“‘Babadjan is worried about Ward 7.’

‘So he should be. The day will come when it will be the first H.Q. in the battle for freedom. Our bells are already ringing on the other shore. I believe the hour is not far off when the bells of Moscow will ring as well.’

The nurse on duty took Almazov back to his ward. Again it was night and insomnia and bad dreams… And this is all I can say now.” (159)

BIOGRAPHY: Valery Yakovlevich Tarsis (sometimes transliterated as Valeriy or Valeriǐ) was a Soviet dissident writer born in Kiev in 1906. He graduated from the University of Rostov on Don, and began his career in literature at the Moscow State Publishing House as an editor. Tarsis published several short stories and novellas, which were well-received by Soviet society. His writing was interrupted by his time as a captain in the war, and when he returned to writing, Tarsis increasingly condemned the Soviet system, frustrated by the censorship in publishing.

     In 1962, Tarsis’s first novel, The Bluebottle, was published in England under a pseudonym. The novel was highly critical of the censorship of writers and artists by the Soviets, and as a result, Tarsis was committed to Kashchenko Mental Hospital for nearly a year. This led Tarsis to write his most-well known work, Ward 7, an autobiographical novel telling the story of a writer in a Russian asylum published, in 1965. After his eventual release from the asylum, Tarsis left the Soviet Union and settled in Switzerland. Valery Tarsis passed away in 1983 at the age of seventy-six.


Brown, Katya. Translator’s Note. Ward 7; an Autobiographical Novel. By Valeriy Tarsis. Brown. Dutton, 1965, pp. 5–8.

“Valery Tarsis Is Dead; Soviet Emigre Novelist.” The New York Times, 4 Mar. 1983, p. 23.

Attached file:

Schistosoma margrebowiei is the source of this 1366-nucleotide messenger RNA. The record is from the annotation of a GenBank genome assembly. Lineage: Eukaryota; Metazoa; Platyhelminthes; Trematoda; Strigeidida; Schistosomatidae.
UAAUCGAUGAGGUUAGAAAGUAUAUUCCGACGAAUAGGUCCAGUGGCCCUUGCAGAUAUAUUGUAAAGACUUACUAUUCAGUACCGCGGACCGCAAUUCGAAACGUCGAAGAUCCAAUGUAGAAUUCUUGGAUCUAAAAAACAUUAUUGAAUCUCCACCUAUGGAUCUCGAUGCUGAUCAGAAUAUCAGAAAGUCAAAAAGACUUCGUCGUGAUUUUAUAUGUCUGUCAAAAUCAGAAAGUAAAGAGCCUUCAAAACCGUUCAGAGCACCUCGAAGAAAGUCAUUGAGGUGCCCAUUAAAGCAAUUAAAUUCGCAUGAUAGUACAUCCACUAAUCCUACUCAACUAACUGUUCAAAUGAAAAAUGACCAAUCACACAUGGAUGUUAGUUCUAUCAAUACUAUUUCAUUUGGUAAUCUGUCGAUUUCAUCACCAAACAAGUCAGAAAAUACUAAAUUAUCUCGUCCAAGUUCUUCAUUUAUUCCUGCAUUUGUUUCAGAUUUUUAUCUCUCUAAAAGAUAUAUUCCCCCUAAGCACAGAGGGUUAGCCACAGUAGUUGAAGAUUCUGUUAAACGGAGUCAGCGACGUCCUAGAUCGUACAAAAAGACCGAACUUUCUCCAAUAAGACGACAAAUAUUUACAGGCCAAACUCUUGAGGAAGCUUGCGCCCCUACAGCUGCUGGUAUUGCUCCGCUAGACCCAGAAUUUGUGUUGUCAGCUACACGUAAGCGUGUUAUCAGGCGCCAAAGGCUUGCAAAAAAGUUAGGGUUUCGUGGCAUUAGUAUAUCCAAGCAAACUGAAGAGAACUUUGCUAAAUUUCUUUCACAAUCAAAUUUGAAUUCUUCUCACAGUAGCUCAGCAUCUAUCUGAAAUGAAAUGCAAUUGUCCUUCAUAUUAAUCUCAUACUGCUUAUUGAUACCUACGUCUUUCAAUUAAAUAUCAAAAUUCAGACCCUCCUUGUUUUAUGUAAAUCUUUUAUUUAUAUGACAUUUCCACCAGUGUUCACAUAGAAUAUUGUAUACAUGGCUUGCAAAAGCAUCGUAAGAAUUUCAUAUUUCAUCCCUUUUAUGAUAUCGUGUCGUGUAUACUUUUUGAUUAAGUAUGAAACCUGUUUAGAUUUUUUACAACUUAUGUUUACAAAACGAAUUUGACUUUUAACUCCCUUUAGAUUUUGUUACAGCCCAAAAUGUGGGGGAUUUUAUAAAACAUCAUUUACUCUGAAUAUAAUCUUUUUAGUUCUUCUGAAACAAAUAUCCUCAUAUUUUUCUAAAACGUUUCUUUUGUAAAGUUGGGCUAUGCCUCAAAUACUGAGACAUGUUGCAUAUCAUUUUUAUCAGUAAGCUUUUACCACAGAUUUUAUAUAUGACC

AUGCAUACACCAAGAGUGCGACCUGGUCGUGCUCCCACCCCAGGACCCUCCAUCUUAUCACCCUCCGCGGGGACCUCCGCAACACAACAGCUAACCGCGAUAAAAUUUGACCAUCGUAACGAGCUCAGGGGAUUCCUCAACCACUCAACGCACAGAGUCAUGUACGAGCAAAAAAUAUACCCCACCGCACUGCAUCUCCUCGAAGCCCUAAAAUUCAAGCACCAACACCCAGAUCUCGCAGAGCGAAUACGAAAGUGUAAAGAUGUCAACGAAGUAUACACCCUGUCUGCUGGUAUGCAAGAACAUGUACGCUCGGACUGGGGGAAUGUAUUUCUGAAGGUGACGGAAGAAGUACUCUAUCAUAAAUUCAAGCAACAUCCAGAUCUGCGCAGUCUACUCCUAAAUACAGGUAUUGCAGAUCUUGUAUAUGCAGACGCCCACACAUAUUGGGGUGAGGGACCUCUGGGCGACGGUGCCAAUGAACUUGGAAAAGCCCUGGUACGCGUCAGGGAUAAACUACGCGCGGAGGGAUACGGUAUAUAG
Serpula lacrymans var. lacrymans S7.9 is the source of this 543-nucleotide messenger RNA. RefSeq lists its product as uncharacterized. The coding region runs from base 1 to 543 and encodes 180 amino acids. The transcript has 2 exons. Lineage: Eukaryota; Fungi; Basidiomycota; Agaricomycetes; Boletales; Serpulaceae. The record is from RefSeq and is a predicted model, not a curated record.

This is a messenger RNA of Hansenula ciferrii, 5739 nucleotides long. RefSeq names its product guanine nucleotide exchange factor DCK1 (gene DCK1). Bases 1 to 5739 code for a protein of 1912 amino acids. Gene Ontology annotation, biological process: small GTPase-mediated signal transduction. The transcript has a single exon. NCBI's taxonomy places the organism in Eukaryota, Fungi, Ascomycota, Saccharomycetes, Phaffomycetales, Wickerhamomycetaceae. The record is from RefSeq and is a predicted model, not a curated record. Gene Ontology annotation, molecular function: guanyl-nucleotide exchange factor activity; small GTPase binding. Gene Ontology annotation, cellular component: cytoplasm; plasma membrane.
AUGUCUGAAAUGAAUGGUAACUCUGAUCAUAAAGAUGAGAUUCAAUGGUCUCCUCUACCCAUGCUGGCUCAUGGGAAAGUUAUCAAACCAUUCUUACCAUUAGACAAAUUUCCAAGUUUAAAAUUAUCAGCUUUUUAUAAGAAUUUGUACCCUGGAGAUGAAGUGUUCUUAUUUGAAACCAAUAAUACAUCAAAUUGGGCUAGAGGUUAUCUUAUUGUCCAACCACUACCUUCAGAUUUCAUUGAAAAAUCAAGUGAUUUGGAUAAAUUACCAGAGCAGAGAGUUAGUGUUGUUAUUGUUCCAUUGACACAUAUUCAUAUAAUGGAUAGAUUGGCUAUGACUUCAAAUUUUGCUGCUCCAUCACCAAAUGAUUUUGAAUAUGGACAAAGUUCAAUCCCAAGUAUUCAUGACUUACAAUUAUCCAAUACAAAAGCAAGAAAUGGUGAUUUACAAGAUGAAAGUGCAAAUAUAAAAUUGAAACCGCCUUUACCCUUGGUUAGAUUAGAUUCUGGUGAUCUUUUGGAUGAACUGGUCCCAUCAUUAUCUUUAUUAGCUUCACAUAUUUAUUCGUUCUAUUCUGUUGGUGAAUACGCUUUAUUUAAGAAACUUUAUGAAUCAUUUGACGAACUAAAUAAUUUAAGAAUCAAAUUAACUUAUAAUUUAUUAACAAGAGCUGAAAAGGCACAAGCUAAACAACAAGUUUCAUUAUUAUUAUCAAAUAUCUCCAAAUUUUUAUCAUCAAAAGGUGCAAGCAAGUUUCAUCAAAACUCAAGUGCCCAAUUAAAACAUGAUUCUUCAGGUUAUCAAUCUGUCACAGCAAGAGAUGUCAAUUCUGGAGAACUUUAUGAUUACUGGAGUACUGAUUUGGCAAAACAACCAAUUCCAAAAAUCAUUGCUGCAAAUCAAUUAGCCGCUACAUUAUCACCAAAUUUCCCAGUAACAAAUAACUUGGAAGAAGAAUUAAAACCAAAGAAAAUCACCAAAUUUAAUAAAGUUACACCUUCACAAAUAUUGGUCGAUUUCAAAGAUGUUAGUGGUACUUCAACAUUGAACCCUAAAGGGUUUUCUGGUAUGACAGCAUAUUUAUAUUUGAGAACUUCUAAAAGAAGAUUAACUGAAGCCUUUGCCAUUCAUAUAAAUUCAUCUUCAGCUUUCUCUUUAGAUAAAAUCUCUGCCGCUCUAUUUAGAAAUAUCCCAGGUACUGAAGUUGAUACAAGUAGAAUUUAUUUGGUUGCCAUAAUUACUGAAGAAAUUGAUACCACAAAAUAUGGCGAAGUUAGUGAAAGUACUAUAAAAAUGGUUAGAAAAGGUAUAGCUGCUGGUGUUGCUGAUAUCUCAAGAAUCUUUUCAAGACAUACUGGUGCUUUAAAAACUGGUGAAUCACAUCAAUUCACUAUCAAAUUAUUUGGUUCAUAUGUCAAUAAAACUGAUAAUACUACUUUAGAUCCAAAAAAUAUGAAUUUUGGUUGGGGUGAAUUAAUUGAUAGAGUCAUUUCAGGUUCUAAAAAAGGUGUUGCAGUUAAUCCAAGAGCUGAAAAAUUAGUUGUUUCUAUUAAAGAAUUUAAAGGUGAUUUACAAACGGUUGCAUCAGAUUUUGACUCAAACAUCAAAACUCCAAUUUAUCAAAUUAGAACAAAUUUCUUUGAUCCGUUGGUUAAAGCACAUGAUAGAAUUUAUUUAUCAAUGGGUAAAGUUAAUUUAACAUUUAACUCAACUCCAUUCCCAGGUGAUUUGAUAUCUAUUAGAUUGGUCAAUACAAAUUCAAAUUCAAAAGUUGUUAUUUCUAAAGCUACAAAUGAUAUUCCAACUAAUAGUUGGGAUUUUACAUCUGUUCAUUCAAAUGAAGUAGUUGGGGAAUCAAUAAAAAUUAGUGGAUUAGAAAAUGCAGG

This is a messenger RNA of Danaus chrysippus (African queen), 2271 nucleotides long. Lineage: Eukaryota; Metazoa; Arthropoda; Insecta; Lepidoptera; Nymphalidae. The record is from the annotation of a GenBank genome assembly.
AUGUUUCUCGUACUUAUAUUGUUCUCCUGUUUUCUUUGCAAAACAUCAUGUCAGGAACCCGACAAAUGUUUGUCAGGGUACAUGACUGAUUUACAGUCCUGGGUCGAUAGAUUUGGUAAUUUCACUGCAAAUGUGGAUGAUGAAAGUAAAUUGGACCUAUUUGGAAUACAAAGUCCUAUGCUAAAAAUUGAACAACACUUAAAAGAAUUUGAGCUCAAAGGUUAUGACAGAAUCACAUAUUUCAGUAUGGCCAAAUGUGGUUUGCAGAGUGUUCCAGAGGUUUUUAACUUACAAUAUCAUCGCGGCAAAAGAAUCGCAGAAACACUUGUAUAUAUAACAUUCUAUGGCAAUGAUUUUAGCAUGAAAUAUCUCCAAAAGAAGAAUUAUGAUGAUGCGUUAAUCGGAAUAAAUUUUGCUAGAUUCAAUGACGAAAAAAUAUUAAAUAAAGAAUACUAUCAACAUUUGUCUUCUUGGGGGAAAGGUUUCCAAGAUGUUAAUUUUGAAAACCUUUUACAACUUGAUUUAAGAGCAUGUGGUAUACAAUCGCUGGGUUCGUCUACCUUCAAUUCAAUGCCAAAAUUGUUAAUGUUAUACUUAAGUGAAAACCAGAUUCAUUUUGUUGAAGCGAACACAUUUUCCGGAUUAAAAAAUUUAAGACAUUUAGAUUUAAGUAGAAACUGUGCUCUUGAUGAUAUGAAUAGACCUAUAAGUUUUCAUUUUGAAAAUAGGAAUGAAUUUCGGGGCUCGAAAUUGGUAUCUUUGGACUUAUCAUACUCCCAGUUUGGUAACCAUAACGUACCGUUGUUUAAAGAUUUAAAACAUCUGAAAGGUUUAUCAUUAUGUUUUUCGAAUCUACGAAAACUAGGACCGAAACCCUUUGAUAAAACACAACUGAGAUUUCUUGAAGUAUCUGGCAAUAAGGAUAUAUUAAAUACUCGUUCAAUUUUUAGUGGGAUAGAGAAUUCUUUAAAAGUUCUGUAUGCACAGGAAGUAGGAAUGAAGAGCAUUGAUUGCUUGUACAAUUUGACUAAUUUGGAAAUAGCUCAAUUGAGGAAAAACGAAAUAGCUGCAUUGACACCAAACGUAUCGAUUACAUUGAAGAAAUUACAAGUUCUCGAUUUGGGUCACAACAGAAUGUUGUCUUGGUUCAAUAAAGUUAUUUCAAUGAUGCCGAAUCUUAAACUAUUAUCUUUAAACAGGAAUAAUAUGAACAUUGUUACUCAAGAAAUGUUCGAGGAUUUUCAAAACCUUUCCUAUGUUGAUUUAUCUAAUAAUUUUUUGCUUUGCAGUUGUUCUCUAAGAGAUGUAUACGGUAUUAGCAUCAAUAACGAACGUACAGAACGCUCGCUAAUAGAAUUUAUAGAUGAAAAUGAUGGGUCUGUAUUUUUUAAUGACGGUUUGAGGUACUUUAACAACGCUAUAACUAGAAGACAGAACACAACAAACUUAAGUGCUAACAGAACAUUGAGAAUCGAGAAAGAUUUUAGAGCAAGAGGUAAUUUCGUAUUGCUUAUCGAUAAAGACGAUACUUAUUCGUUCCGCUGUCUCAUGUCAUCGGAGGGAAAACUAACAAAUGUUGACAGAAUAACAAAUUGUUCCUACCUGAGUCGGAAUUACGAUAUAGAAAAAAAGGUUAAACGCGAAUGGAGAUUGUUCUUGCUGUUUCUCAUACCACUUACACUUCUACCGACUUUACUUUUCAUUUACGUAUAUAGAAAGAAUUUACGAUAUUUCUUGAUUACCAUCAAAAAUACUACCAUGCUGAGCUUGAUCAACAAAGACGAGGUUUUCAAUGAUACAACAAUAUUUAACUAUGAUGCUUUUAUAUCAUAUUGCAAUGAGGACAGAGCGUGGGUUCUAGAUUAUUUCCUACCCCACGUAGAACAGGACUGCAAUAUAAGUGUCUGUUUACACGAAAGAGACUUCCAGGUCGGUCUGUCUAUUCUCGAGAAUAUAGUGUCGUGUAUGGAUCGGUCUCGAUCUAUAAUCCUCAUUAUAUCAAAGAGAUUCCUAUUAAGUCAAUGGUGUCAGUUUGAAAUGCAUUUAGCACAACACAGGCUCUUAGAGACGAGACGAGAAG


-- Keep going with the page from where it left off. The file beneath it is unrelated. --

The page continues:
Alekseeva, Ljudmila. “Part V: The Movement for Human Rights.” Soviet Dissent: Contemporary Movements for National, Religious, and Human Rights, Wesleyan University Press, 1987, pp. 265–398.
This section of this book provides an understanding of the human rights abuses under Soviet government and the ways in which individuals and masses rebelled and protested the human rights violations. It describes many artists and writers who were confined to mental hospitals as a result of producing art that was viewed as critical towards the government.

Bukovsky, Vladimir. “Notes From Soviet Asylums.” National Review, vol. 24, no. 22, June 1972, pp. 633–636. EBSCOhost,
This article gives a brief overview of the “Special Psychiatric Hospitals” that the Soviet Union used as prisoners for political dissidents, including writers like Valeryiy Tarsis. It also includes insightful excerpts from primary sources discussing the imprisonment of Soviets in insane asylums for political reasons.

Reich, Rebecca. “Thinking Differently: The Case of Dissidents.” State of Madness: Psychiatry, Literature, and Dissent after Stalin, Northern Illinois University Press, 2018, pp. 60–100.
This chapter explains the ways in which political dissidents were silenced by mental asylums in the Soviet Union. This selection particularly includes the responses from the Western world and how the global opinion of Soviet psychiatry was affected by the misuse of asylums on individuals who did not have a medical need to be kept in an asylum.